- Reaching out is a sign of strength. Discuss your sleep concerns with a health care provider before beginning any over-the-counter medications, supplements or other sleep aids. Speak with a trained health resource consultant at the DCoE Outreach Center by logging on to the Real Warriors Live Chat or calling 1-866-966-1020.
Four Common Myths About Sleep8
- Myth: “It’s possible to go for long periods of time without sleep, and still perform well.”
- Fact: Although many individuals may function well on little sleep for short periods of time, limited sleep over long periods of time can impair battlefield performance and diminish speed, alertness, ability to multitask, decision-making skills, coordination and memory.3
- Myth: “Some people need less sleep than others to function well.”
- Fact: The average adult needs approximately seven to eight hours of sleep to function well. Research shows that even young, healthy service members will experience 25 percent loss in mental performance for each 24-hour period they go without sleep.3
- Myth: “It’s better to stay awake for the rest of the day than take a short nap.”
- Fact: Staying awake for the whole night can be a common occurrence during deployments. When this happens, try to recover by taking periodic 20-minute naps, which can improve mood and alertness and help your body get an important dose of rest.
- Myth: “Physical exercise before bedtime will help you sleep better.”
- Fact: Actually, physical exercise is one of the best ways to combat sleepiness and get blood flowing to your brain to keep you alert. Getting regular exercise during the day will force you to exert energy and can prepare you for a good night’s sleep, but working out before bed is a surefire way to keep you up.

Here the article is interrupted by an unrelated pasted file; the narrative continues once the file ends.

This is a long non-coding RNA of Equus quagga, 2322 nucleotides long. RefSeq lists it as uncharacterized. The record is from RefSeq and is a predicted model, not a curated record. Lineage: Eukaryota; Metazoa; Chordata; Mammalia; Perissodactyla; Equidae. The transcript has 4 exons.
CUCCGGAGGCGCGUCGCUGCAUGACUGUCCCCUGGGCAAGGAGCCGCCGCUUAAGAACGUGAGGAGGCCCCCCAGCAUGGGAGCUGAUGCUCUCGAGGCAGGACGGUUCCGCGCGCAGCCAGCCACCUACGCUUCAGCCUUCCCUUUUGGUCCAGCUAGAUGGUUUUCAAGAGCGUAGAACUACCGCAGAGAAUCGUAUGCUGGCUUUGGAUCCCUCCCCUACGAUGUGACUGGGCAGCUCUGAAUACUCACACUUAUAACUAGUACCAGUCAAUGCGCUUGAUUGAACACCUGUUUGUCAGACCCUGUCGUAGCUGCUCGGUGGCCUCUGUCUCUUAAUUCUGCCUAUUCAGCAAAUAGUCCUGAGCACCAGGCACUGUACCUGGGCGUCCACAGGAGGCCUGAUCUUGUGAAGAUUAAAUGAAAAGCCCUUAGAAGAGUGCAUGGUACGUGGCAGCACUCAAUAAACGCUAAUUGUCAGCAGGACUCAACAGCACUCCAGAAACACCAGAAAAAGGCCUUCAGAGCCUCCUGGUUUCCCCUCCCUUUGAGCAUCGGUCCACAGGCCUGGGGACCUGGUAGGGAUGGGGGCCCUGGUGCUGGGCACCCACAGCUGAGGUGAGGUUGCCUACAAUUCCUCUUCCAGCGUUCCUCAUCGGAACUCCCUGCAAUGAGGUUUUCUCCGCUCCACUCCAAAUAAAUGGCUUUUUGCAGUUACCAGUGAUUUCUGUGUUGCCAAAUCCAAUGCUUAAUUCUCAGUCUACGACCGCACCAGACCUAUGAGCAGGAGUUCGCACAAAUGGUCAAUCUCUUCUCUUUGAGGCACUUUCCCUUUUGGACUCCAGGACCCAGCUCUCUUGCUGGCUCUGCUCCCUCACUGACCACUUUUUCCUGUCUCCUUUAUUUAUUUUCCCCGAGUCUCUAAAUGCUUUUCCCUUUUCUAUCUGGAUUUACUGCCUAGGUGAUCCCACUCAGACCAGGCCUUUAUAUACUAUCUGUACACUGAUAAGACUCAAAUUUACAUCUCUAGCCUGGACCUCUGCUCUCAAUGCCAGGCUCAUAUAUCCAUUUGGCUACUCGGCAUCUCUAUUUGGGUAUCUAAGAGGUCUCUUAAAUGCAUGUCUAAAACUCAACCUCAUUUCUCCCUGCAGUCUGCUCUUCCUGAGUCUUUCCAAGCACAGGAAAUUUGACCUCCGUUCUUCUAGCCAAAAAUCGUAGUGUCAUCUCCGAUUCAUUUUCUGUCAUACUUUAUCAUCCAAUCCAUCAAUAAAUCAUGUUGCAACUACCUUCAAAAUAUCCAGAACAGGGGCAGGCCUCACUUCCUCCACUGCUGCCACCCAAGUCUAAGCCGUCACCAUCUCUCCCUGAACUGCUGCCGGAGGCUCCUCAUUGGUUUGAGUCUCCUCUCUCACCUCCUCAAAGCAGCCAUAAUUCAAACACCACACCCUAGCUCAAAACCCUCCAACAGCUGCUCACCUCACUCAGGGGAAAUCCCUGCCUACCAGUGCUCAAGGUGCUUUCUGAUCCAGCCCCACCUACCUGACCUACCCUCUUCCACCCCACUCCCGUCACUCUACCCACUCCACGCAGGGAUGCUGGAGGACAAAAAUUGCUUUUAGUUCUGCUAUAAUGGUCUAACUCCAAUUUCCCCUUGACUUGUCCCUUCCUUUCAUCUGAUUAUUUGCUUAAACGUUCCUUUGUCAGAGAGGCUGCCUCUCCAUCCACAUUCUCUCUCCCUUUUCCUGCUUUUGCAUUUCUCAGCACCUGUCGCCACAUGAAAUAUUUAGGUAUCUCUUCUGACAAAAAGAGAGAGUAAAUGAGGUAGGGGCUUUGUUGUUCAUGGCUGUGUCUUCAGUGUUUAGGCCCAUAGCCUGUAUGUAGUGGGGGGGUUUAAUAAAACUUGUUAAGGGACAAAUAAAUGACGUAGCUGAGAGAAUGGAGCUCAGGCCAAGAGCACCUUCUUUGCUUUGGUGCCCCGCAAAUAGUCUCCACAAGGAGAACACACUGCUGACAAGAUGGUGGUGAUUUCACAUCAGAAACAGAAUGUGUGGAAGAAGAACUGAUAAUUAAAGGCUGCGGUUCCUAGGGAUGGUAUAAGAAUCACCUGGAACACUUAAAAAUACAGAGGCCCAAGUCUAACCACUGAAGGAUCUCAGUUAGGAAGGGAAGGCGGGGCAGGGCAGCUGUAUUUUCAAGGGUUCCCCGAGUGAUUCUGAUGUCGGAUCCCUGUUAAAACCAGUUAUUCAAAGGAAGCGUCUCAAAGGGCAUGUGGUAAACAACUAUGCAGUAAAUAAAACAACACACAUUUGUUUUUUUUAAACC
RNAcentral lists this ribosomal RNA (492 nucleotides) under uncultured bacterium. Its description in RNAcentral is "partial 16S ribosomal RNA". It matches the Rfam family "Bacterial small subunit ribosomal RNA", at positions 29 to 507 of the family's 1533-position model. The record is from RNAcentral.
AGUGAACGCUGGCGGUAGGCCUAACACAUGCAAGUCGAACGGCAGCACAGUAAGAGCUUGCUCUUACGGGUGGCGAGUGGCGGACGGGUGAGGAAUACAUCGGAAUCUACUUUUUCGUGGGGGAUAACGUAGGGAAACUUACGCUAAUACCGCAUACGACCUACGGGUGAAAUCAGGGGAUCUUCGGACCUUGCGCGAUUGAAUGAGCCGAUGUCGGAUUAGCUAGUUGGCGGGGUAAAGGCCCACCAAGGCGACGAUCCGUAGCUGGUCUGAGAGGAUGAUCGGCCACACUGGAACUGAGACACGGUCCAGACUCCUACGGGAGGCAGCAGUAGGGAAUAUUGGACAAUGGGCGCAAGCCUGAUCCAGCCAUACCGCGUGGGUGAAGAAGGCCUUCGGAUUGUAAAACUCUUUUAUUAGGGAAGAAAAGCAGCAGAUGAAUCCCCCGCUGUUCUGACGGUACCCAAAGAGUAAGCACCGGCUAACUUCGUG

Getting enough sleep can help you maintain a healthy outlook on life, boost your immune system and enable you to deal with the typical stressors of a deployment.9 Take your sleep seriously and if you are experiencing difficulty sleeping, keep in mind that every service member and veteran can feel comfortable reaching out to their units and chain of command for support.
- Healthy Sleep: Understanding the third of our lives we so often take for granted
- Defense Centers of Excellence for Psychological Health and Traumatic Brain Injury, Outreach Center
- Human Performance Resource Center
- Sleeping Better
- American Psychological Association's Sleep page
- afterdeployment.org's Sleep page
1"Sleep, A Signal of Positive Emotion," Army Medicine. Last accessed March 14, 2014
2"Fact Sheet: Help Me Sleep," Deployment Health Clinical Center. Last accessed Jan. 29, 2014
3"Combat Stress," [PDF 266KB], United States Marine Corps. Last accessed Jan. 29, 2014
4"Importance of Sleep: Six reasons not to scrimp on sleep," Harvard Health Publications, Harvard Medical School. Last accessed Jan. 29, 2014
5"Napping: do's and don'ts for healthy adults," Mayo Clinic. Last accessed Jan. 29, 2014
6"Insomnia: How do I stay asleep?," Mayo Clinic. Last accessed Jan. 29, 2014
7"Sleep Deprivation," United States Army Training Support Center. Last accessed Jan. 29, 2014
8"How much sleep does a Warfighter need?," Human Performance Resource Center. Last accessed Jan. 29, 2014
9"A Handbook for Family & Friends of Service Members: Before, During and After Deployment," This Emotional Life, PBS. Published November 2010.